February 23, 2003  
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No-Shadow Kick, Promo EP, 2001 No-Shadow Kick
Promo EP
Self-released, 2001

Northampton, Massachusetts band No Shadow-Kick's holiday six-song promotional EP is a short but diverse introduction to the band's style. The opening track "In the Snow", the only holiday song on the EP, is a holiday song for those unable to always muster up the expected amount of festive spirit. Its power and depth are highly complemented both by lead singer Tom Pappalardo's deep and moody vocals and Elizabeth Street's graceful backing voice on the choruses. The horns add to the subtle yet pervasive sadness buried among the lyrics. The EP's other songs include two new and three old tunes, from the band's 1999 LP, Basement Make-Out Party.

The second song, "Double Nothing", billed as a "song probably about a girl", rocks with the intensity of both loss and the recognition of growth. "Monks Don't Tell Lies", the second new track on the EP, is the band's road song, complete with traffic sounds and Pappalardo's appropriately preoccupied-sounding low-toned vocals. Herein, the road is transformed into a surprisingly spiritual locale, ripe with possibility, illustrating what the band calls the "Mike Watt metaphor of van-as-vessel": "He reads my palm, proclaims me king, drops to his knees, averts his eyes, I stay calm, and say a joke, and he says to me: 'monks don't tell lies'". Shawn Reynolds's background vocals complete the harmony needed to transcend the everyday mundane experiences of life as represented by the road into a series of memorable and beautiful occurrences.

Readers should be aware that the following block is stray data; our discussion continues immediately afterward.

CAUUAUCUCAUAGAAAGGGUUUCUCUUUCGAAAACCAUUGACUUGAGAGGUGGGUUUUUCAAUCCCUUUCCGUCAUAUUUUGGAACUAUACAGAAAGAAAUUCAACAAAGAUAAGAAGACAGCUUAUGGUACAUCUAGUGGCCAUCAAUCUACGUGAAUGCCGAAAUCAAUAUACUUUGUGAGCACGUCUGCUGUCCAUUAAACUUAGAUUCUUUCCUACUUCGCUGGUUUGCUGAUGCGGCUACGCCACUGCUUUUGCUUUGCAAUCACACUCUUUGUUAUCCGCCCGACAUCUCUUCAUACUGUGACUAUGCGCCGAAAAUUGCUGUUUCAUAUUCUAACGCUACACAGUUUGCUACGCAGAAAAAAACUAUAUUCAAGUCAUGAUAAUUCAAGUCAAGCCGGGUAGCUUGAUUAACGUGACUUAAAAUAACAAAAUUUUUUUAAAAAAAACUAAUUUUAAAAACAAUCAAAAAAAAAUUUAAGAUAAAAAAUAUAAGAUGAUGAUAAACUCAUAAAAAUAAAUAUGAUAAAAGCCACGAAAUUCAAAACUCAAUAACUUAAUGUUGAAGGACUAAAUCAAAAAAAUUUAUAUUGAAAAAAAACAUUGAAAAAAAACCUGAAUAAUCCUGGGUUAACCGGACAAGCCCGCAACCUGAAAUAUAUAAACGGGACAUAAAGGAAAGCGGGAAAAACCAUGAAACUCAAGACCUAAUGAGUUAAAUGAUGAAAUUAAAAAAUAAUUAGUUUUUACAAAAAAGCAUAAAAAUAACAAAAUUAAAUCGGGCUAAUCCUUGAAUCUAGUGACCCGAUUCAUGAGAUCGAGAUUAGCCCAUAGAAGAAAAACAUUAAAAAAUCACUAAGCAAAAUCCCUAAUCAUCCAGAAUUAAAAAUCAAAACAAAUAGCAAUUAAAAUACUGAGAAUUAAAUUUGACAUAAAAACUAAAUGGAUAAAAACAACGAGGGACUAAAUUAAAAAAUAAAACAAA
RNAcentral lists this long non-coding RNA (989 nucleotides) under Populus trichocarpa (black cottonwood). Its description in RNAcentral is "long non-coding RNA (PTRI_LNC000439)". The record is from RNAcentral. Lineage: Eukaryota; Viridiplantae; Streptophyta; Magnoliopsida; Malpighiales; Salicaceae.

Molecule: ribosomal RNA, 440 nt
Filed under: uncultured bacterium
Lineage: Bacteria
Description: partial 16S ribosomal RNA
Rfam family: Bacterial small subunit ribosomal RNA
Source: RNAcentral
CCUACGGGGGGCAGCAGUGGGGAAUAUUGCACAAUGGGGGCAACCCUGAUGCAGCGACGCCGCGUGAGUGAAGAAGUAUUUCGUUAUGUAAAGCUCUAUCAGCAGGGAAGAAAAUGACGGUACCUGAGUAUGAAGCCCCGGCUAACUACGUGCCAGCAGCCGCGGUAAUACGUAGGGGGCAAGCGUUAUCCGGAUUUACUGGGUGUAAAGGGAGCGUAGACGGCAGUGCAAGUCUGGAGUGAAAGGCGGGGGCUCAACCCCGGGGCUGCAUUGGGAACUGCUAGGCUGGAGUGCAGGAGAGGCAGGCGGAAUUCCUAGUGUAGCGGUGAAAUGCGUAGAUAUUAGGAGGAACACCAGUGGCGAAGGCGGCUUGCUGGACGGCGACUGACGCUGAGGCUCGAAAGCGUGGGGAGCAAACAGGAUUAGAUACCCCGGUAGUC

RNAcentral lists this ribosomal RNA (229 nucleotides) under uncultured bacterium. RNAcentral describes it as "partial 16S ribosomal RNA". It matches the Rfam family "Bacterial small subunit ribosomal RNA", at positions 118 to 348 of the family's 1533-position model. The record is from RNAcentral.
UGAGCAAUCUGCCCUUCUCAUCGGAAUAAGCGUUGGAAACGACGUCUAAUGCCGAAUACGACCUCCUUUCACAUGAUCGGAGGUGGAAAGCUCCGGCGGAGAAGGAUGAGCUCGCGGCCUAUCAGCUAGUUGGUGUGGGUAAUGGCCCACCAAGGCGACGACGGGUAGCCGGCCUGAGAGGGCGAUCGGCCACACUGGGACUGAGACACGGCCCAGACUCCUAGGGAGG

"The BMX Song", from Basement Make-Out Party, is the rare instrumental that rocks, with a swoon-worthy beat that makes it incredibly hard for this listener to sit still. "Scarecrow Waltz" slows the pace down, expressed from the point of view of one who can "no longer discern life's subtle shades". Filled with touching, if a bit simplistic, lyrics, it takes a slow yet determined gait, while the music hypnotizes the listener into empathy with the melancholy tone of the track. The EP's final song, "The Saviour Made Me Do It", is a rocker complemented by powerful yet subdued guitars and is complete with the hilariously pathetic sounds of a televangelist's pleas for more money for his ministry. Very sarcastic and tongue-in-cheek without losing authenticity or credibility, it is the most memorable track on the EP.

As an EP, this one fits together and works quite well. However, the lyrics could use a bit of punching up. Even so, these songs are beautiful seemingly without intending to be, the vocals are powerful and intense and the band can rock and elucidate without seeming either crass or that they are trying too hard. This is most definitely a band to watch—one that can combine indie rock sensibilities with the talent and wit needed to build a steady fan base and achieve sincere success. Pick up this EP, it's worth it.

Miranda Hale
January 2002


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